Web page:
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Modular Instrumentation for Controlling and Monitoring In-Vitro Cultivation Environment and Image-based Functionality Measurements of Human Stem Cells

Research output: Book/ReportDoctoral thesisCollection of Articles

Details

Original languageEnglish
PublisherTampere University
Volume256
ISBN (Electronic)978-952-03-1569-6
ISBN (Print)978-952-03-1568-9
Publication statusPublished - 27 May 2020
Publication typeG5 Doctoral dissertation (article)

Publication series

NameTampere University Dissertations
Volume256
ISSN (Print)2489-9860
ISSN (Electronic)2490-0028

Abstract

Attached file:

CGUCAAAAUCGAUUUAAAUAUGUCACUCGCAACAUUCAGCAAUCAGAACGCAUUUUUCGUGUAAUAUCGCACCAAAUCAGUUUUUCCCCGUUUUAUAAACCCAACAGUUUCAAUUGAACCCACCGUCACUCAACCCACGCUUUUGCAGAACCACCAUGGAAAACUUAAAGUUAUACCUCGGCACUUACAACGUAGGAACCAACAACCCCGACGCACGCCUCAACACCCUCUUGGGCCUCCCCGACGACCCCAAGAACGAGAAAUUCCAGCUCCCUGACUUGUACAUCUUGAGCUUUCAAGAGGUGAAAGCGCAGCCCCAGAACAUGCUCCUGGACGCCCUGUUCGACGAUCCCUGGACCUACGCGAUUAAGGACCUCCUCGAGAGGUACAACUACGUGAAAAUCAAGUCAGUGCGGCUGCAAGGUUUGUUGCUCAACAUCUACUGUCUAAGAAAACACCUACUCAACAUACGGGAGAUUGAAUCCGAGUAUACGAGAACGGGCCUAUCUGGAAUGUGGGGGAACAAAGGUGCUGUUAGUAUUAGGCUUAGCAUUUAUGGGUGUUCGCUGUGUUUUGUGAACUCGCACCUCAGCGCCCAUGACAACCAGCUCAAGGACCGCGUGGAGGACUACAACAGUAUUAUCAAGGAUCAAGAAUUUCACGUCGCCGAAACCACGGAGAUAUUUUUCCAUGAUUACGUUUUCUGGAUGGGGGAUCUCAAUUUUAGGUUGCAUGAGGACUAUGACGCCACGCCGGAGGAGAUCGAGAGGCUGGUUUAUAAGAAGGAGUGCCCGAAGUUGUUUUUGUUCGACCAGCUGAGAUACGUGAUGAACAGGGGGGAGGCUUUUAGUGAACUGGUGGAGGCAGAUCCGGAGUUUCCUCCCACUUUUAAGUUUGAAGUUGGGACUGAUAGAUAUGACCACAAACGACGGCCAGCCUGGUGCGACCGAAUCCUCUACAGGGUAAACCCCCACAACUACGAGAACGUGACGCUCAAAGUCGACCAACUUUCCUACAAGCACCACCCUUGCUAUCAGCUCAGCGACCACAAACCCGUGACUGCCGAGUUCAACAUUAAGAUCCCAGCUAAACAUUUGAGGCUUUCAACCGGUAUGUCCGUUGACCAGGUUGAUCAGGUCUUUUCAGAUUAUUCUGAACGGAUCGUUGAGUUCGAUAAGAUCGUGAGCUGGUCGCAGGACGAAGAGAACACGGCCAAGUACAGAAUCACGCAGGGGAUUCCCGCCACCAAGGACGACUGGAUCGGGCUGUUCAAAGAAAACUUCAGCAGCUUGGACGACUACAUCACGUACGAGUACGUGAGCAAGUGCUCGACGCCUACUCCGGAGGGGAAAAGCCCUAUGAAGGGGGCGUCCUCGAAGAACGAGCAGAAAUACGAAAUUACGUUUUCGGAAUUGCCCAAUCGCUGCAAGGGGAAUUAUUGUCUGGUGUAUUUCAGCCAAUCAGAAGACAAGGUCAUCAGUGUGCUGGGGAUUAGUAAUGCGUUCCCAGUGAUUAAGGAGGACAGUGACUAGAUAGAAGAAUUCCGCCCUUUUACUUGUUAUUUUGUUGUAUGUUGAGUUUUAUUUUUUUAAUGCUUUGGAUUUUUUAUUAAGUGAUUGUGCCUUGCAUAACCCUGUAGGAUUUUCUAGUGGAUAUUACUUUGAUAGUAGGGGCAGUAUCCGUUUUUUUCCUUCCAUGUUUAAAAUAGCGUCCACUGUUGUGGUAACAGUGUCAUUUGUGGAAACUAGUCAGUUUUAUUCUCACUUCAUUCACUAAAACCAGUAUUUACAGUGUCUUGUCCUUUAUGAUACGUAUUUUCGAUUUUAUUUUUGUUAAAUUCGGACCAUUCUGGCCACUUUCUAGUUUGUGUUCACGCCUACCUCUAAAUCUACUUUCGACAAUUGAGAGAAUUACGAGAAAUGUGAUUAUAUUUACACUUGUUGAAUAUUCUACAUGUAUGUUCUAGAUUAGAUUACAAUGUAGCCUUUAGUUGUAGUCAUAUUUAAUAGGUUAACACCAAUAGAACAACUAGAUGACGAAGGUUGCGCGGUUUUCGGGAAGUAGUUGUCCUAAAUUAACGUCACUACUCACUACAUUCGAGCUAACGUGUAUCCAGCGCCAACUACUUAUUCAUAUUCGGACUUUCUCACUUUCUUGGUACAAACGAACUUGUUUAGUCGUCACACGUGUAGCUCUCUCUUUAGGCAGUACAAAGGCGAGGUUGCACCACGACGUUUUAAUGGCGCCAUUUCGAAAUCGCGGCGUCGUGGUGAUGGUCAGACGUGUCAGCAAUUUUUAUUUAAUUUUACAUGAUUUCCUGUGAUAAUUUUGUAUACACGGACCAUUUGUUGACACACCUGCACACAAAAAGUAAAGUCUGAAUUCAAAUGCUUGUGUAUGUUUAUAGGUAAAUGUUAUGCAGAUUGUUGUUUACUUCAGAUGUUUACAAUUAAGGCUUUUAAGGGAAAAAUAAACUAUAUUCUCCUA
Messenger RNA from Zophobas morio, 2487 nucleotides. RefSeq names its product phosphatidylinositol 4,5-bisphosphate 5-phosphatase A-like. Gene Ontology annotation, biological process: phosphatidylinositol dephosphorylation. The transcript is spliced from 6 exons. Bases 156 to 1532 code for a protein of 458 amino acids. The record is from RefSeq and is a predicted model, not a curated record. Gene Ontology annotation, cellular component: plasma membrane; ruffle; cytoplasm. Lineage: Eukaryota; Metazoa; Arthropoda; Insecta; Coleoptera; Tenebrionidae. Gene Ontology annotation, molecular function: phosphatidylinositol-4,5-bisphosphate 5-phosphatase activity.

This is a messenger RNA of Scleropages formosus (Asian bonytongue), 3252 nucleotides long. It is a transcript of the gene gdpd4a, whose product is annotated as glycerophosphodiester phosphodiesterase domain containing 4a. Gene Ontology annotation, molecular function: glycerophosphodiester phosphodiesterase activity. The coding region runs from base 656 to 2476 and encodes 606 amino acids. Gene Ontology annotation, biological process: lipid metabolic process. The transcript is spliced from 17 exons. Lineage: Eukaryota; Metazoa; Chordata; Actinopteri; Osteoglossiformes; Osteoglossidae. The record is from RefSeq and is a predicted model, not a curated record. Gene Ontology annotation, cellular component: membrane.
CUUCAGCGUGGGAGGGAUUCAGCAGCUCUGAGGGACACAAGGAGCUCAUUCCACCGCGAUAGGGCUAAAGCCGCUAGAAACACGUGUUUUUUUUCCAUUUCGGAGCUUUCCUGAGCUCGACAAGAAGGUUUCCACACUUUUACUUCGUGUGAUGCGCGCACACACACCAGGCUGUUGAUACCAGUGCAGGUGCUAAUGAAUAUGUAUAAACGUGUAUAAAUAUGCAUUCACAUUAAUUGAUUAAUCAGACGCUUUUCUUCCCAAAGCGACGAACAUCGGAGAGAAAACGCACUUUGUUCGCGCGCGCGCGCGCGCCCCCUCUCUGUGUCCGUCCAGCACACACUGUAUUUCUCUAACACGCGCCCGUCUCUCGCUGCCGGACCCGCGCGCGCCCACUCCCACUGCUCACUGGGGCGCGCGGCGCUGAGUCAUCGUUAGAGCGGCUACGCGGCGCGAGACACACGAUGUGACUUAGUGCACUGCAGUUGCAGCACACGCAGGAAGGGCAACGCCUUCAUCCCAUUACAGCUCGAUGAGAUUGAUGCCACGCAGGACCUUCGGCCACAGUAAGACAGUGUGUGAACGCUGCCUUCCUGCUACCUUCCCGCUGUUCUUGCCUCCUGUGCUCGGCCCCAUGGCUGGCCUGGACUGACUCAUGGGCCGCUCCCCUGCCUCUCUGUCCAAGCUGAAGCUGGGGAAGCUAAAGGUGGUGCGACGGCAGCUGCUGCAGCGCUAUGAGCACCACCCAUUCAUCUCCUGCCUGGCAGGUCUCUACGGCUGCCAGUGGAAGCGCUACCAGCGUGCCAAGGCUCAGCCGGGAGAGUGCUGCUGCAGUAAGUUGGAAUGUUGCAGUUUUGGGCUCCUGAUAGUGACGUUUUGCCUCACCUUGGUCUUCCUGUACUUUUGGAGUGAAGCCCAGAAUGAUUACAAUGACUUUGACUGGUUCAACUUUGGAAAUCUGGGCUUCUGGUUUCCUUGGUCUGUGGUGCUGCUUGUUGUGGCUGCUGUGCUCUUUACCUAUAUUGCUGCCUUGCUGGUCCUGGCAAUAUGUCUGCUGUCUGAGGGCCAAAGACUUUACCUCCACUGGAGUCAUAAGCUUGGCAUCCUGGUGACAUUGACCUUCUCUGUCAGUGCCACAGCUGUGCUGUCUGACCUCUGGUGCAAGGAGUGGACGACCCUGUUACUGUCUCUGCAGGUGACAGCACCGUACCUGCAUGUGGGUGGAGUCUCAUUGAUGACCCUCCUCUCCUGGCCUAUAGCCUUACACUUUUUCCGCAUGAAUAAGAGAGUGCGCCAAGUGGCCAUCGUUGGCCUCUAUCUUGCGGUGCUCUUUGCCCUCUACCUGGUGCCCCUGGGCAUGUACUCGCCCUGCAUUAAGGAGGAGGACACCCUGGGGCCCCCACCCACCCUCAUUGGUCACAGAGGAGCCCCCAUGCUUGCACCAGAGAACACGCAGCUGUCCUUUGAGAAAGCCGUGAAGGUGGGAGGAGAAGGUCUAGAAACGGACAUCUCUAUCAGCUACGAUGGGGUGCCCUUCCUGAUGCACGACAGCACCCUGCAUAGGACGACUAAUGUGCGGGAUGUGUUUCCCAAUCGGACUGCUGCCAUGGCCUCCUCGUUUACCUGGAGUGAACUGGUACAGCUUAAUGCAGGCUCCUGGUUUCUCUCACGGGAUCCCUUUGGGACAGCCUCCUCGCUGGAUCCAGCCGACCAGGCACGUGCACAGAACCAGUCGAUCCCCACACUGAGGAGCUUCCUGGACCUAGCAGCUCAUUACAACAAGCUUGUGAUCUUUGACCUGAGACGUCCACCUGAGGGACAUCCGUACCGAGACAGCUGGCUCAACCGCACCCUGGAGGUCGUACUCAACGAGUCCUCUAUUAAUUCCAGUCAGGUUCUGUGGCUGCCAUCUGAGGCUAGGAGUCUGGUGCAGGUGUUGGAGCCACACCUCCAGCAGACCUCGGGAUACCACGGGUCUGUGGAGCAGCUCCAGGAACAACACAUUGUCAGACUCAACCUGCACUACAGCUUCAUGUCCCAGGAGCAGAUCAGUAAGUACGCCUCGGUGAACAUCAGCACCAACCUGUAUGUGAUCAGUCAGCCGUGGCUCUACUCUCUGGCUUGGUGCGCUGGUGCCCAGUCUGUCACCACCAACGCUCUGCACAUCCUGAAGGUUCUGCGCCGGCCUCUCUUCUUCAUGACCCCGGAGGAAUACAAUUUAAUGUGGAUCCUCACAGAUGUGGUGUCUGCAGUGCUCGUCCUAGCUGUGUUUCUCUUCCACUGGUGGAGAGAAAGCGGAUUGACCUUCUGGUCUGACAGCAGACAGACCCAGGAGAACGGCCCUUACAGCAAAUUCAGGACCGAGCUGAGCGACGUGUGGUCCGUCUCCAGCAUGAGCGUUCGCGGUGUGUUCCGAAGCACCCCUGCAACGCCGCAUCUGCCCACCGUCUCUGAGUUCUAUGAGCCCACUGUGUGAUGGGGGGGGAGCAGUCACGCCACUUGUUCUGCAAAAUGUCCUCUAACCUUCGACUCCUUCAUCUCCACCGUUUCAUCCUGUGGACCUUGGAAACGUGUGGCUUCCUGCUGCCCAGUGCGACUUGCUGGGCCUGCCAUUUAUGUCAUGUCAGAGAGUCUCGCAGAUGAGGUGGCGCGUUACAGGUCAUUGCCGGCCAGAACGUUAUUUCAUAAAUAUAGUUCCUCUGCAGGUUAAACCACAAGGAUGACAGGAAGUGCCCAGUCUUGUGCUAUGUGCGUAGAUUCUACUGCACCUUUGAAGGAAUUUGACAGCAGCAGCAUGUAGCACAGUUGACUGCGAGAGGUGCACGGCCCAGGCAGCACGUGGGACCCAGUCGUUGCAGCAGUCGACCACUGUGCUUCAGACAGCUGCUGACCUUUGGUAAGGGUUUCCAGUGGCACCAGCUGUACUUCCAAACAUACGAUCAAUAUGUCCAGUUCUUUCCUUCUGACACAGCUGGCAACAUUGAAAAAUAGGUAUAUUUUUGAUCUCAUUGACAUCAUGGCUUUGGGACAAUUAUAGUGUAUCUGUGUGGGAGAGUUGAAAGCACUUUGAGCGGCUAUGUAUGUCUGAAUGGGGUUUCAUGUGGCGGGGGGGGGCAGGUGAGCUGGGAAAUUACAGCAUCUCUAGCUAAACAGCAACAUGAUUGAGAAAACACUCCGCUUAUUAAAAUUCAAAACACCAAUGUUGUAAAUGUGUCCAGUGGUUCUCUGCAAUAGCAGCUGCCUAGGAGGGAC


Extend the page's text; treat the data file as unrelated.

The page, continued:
Artificial animal cell culture was successfully developed by Ross Harrison in 1907. But it was not until the 1940’s and 1950’s that several developments occurred, which expedited the cell culturing in-vitro (C-Vitro) to be a consistent and reproducible technique to study isolated living-cells in a controlled environment. Currently, CVitro is one of the major tools in cellular and molecular biology both in the academia and industry. They are extensively utilised to study the cellular physiology/biochemistry, to screen drugs/therapeutic compounds, to understand the effects of drugs/toxic compounds and also to identify the pathways of carcinogenesis/mutagenesis. It is also used in large scale manufacturing of vaccines and therapeutic proteins. In any experimental setup, it is important that the C-Vitro model should represent the physiological phenomena of interest with reasonable accuracy so that all experimental results are statistically consistent and reproducible. In this direction, sensors and measurement systems play important roles in in-situ detection and/or control/manipulation of cells/tissues/environment. This thesis aimed to develop new technology for tailored cell culturing and integrated measurements. Firstly, design and assembly of a portable Invert-upright microscope interchangeable modular cell culturing platform (iuCMP) was envisioned. In contrast to conventional methods, micro-scaled systems mimic the cells' natural microenvironment more precisely, facilitating accurate and tractable models. The iuCMP integrates modular measurement schemes with a mini culture chamber using biocompatible cell-friendly materials, automated environment-control (temperature and gas concentrations), oxygen sensing and simultaneous functional measurements (electrophysiological and image-based). Time lapse microscopy is very useful in cell biology, but integration of advanced >i>in-vitro/device based biological systems (e.g. lab/organ/body-on-chips, or mini-bioreactors/microfluidic systems) into conventional microscopes can be challenging in several circumstances due to multiple reasons. But in iuCMP the main advantage is, the microscope can be switched either as an inverted or as an upright system and therefore can accommodate virtually any in-vitro device. It can capture images from regions that are otherwise inaccessible by conventional microscopes, for example, cells cultured on physical or biochemical sensor systems. The modular design also allows accommodating more sensor or measurement systems quite freely. We have demonstrated the system for video-based beating analysis of cardiomyocytes, cell orientation analysis on nanocellulose, and simultaneous long-term in-situ microscopy with oxygen and temperature sensing in hypoxia.